MANATEE -- Three people associated with Goodwill Manasota have been charged with breaking into a storage unit belonging to a former employee while he was hiking the Appalachian Trail to raise awareness about a Goodwill program to aid military veterans, according to the Manatee County Sheriff's Office.
Their goal, according to sheriff's office, was to ruin Christopher Davis' reputation and to get him fired from Goodwill.
Davis, who had romantic relationships with two women charged in the case, last month filed a lawsuit against the three suspects, alleging they engaged in "illegal, malicious and wrongful conduct" to ruin his reputation.
Surveillance video captured Yen L. Reed, Jessica Lynn Baldwin and Donald E. Hill on May 28 entering Davis' storage unit at a rental facility at 7750 Lockwood Ridge Road and removing an iPad, documents and other items belonging to Davis, according to a sheriff's office news release.
Reed, who no longer works at Goodwill, was identified as Davis' ex-girlfriend. She had a key to the storage unit, according to the sheriff's office. Baldwin was identified as his then-girlfriend, and Hill also worked with Davis, according to the report.
The sheriff's office said that on June 4, Goodwill officials notified Davis that he had been fired and the agency had stopped funding his hiking trip because of "inappropriate personal pictures and documents found on his work computer." A sheriff's report states that the items were not on his work computer, but on a personal computer when he left for his hiking trip.
In January 2013, Davis was hired to be the veterans' program manager for Goodwill Manasota's American Veterans and Their Families Initiative, designed to expand Goodwill Manasota's services to respond to challenges faced by veterans, their families and families of those on active duty.
The suspects, the sheriff's office said, "contacted numerous associates in the veterans' community and told them personal information about the victim from documents obtained from the victim's storage unit."
When Davis went to Goodwill to retrieve personal items, he found they included the iPad that had been taken from the storage unit.
Reed, 37, turned herself in at the Manatee County jail on Wednesday, and was released after posting a $5,000 bond. She faces a charge of grand theft. When reached via phone, she told a Herald reporter to speak with her criminal defense lawyer, Drew Solnoki, of the Sarasota-based Byrd Law Firm.
"There's a lot more to this story that ultimately will come out and we believe will exonerate our client," Solnoki said Friday.
Baldwin, 26, also surrendered at the jail Wednesday. Facing a charge of burglary, she was released after posting $1,500 bond.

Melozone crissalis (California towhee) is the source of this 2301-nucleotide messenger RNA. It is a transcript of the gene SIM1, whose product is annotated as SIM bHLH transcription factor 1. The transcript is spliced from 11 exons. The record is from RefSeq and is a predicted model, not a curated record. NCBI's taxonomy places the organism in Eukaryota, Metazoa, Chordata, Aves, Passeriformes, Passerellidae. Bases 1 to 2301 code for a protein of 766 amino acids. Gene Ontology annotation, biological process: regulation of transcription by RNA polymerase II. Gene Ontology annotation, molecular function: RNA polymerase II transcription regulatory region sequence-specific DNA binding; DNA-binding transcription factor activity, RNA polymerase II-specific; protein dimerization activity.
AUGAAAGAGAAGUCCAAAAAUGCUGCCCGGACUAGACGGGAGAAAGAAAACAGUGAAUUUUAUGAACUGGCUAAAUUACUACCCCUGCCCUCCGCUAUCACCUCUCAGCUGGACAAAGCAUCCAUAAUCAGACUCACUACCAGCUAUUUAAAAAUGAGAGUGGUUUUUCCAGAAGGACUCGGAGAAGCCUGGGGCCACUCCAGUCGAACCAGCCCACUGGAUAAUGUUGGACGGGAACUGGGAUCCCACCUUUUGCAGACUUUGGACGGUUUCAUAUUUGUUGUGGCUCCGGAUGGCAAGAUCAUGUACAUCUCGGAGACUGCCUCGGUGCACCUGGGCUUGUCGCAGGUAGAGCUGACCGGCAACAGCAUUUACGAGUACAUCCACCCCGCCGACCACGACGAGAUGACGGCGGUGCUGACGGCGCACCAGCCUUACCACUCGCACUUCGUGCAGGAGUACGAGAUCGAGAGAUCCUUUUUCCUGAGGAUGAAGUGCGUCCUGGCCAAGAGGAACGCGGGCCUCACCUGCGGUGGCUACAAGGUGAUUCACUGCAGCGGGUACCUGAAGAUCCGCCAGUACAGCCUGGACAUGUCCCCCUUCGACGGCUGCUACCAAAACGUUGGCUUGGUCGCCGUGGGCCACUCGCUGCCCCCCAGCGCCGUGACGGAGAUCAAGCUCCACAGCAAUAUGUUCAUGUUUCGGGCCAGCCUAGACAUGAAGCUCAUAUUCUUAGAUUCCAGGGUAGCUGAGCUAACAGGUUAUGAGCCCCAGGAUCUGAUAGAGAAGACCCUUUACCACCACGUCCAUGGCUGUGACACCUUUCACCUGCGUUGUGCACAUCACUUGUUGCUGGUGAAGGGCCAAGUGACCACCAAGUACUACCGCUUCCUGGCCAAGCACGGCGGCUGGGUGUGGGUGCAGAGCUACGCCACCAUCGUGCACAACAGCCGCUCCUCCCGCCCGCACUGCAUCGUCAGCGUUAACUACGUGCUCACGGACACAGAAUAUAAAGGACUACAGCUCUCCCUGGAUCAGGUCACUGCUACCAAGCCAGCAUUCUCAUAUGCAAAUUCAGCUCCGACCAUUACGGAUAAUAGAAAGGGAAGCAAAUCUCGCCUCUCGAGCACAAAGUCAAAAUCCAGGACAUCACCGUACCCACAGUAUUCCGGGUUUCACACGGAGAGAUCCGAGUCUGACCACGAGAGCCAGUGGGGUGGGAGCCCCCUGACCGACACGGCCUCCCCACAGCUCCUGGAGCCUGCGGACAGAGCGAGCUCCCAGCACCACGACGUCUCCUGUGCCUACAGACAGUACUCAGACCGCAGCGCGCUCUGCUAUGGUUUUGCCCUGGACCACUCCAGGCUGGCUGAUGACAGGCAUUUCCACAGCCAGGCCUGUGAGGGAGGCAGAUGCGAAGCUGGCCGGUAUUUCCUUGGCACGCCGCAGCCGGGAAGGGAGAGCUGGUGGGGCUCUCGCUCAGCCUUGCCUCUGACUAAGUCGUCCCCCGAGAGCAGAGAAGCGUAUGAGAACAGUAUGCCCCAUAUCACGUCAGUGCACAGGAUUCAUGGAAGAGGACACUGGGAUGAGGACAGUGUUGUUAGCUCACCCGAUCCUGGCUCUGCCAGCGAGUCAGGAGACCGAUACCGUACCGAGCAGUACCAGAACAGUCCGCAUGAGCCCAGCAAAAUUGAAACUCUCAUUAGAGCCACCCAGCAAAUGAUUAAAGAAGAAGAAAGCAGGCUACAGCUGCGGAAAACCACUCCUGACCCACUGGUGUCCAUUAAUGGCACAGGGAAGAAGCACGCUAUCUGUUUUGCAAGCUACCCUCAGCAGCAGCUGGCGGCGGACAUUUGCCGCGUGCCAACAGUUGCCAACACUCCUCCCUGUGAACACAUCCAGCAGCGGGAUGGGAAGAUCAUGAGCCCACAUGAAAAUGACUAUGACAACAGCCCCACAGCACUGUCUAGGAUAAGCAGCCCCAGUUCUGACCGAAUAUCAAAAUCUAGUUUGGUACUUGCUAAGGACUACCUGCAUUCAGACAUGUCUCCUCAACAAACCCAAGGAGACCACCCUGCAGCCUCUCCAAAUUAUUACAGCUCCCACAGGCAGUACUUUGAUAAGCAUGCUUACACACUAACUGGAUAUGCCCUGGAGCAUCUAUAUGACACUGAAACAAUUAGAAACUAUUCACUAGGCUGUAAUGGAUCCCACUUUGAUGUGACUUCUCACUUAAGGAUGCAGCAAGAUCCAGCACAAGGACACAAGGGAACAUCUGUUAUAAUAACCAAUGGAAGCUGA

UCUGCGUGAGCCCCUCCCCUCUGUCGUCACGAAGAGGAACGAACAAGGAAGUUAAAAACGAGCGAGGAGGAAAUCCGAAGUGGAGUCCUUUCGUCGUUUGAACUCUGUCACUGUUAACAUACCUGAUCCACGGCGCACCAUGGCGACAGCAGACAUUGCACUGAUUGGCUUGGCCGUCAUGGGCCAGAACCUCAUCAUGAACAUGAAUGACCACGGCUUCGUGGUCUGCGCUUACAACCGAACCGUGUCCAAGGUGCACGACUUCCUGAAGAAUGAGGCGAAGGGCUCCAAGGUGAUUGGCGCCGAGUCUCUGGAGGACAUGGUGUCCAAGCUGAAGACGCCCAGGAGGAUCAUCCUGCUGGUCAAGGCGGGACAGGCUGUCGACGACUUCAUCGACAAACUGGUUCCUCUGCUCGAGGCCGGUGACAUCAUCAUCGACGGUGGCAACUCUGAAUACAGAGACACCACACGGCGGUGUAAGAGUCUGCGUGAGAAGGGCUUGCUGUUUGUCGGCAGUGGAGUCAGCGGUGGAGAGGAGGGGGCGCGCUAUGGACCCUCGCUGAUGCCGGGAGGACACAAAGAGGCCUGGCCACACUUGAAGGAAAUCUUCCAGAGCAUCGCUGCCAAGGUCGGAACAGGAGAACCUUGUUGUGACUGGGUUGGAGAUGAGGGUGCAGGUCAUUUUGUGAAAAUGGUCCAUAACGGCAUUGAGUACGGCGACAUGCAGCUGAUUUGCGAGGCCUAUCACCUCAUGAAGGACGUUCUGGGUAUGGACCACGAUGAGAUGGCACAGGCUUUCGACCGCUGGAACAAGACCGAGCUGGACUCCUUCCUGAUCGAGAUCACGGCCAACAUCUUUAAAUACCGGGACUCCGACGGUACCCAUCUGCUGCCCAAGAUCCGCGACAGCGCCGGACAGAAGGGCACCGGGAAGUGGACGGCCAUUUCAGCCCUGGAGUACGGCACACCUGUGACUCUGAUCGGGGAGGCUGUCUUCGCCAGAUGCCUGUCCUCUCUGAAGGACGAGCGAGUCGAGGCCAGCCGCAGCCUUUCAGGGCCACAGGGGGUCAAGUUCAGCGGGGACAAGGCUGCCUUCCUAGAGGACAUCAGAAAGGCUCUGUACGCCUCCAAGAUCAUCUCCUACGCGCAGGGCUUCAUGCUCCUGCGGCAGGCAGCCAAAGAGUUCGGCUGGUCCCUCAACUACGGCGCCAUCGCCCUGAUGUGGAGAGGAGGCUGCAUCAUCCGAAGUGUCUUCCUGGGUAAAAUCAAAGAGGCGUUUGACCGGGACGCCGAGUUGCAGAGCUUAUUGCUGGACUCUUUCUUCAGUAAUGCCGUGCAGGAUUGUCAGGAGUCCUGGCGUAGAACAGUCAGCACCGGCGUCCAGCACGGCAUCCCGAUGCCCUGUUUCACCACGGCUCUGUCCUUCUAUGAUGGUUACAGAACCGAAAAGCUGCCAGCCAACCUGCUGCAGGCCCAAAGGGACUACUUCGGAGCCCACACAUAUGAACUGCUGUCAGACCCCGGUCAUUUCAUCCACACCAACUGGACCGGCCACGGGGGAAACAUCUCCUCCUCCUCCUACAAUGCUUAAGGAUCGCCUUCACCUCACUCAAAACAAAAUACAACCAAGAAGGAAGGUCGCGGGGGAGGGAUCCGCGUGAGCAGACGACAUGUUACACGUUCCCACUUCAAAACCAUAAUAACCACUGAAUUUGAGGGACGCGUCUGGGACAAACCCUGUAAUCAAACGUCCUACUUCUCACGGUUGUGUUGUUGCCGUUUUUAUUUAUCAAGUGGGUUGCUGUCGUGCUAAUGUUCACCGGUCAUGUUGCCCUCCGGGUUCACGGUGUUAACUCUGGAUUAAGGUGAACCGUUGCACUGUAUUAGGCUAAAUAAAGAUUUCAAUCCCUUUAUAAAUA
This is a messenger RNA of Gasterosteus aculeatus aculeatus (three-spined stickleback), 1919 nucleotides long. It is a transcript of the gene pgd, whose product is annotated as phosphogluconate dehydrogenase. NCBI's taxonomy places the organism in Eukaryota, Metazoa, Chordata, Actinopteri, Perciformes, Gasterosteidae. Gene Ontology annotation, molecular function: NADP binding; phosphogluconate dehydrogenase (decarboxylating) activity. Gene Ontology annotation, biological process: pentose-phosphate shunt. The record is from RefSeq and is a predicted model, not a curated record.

Hill, 57, was arrested at his job site in Sarasota, and faces a charge of burglary. He was released from the Sarasota County jail after posting $1,500 bond.
Davis' lawsuit, filed July 16, outlines the same allegations mentioned in the sheriff's news release -- only in more detail. He claims Reed, Baldwin and Hill invaded his privacy by going into his storage unit and defamed him by giving others "knowingly false, libelous and slanderous information" and interfered with his ability to secure employment.
The lawsuit says that the surveillance footage taken at the storage unit shows that some combination of the three suspects entered the storage unit on May 30 and 31, and June 1 and 4.
The video shows Hill and Baldwin are "in a romantic relationship," and captures all three "ransacking, searching and removing personal articles of Mr. Davis's, as well as his private legal papers and other documents," including his iPad, the complaint states. Davis also alleges in the lawsuit that Reed and Baldwin were "infuriated" because they believed he was romantically involved with the two women at the same time.
In the lawsuit, Davis also denies he had inappropriate material on his work computer. The suit also states that Davis was told of his termination because of the material and "what is considered an unauthorized social relationship with a Goodwill client." The alleged client is Baldwin. The suit claims she was never a client.
Goodwill of Manasota Vice President Veronica Miller said Friday that Baldwin was a former client who was given help to get a job.
In his suit, Davis is seeking injunctive relief, as well as damages in excess of $15,000. After news broke of their arrests, a post was published on Goodwill Manasota's Facebook page describing the articles written about Goodwill as "completely inaccurate and irresponsible journalism and borders on slander."
"Reporting allegations as fact is completely incompetent. These people have been accused of things by a self-proclaimed unstable disgruntled former employee with an ax to grind," the anonymous post read. "Goodwill is not mentioned in his lawsuit and the people mentioned vehemently deny all charges against them."
The post was later deleted.
Miller said Friday that the Facebook post sounded like an earlier draft of a finalized statement.
"It's an unfortunate situation," she said of the case. "If anything, I want to clarify that this has nothing to do with Goodwill ... I don't want any message of what's happening to dilute the primary reason for us helping veterans get back to work."
Miller's written statement said that Davis was let go from his position "for conduct detrimental to Goodwill and the people we serve."
She said the exact reason was confidential, but that it has nothing to do with the allegations put forth in the lawsuit.
Amaris Castillo, Law Enforcement/Island Reporter, can be reached at 941-745-7051. You can follow her on Twitter @AmarisCastillo.